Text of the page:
Tuesday, 1 November 2011
Localism Bill – Lords Third Reading
The House of Lords seems to have become addicted to debating planning recently. In addition to dealing with the committee stage and report stage of the Localism Bill last month, they had an opposition-sponsored debate on planning on 13 October (to which I referred briefly in this blog on the 23rd). This was followed by a second debate on planning in the Grand Committee on the 27th, this time on a formal government motion to consider the NPPF, and finally they had the third reading debate on the Localism Bill on 31 October.
The debate on Third Reading ranged over various parts of the Bill but, so far as the planning provisions are concerned, dealt only with the definition of sustainable development and transitional arrangements. In both cases, the government stuck to its guns. The definition of sustainable development, if we get one at all, will be in the NPPF, not in the Act. The government (i.e. De-CLoG) is still in full head-scratching mode over transitional provisions. This really relates to the status of previously adopted local plans and core strategies in light of the NPPF. My colleague, David Brock, has expressed his doubts about the bland assurances given by Baroness Hanham in the debate in the Grand Committee (see his recent blog entry, which can be accessed by clicking on the link on the side-bar on the left of this page), and I fully share his doubts, as do various members of the House of Lords and many other people concerned with the practical effect of the legislation and of the forthcoming NPPF.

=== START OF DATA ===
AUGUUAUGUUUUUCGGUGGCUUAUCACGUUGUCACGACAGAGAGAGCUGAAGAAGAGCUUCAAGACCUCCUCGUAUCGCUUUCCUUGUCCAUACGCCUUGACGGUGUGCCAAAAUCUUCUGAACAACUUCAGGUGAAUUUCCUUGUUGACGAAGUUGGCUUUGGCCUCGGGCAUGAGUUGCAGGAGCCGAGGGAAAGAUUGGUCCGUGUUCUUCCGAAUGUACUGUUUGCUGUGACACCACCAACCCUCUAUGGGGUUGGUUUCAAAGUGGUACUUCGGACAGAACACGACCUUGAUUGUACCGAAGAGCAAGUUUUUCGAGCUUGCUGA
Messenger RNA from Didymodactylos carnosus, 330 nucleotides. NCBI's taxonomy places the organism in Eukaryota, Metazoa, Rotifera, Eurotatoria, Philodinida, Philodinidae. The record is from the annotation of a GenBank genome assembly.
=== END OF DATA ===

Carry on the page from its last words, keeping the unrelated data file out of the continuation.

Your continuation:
The Bill now goes back to the Commons for the consideration of Lords amendments – a mere formality, as no opposition amendments were in practice made to the Bill, and it should then receive royal assent later this month. But that is when the fun will begin, and lawyers like me will start crawling all over it, trying to work out exactly how it is to be interpreted and how the various provisions will apply in practice. There will undoubtedly be difficulties of interpretation, and some aspects of the new Act will undoubtedly give rise to significant legal disputes, not least those provisions relating to enforcement and, in particular, concealed development, which is set to become a major legal battleground in the years to come.
© MARTIN H GOODALL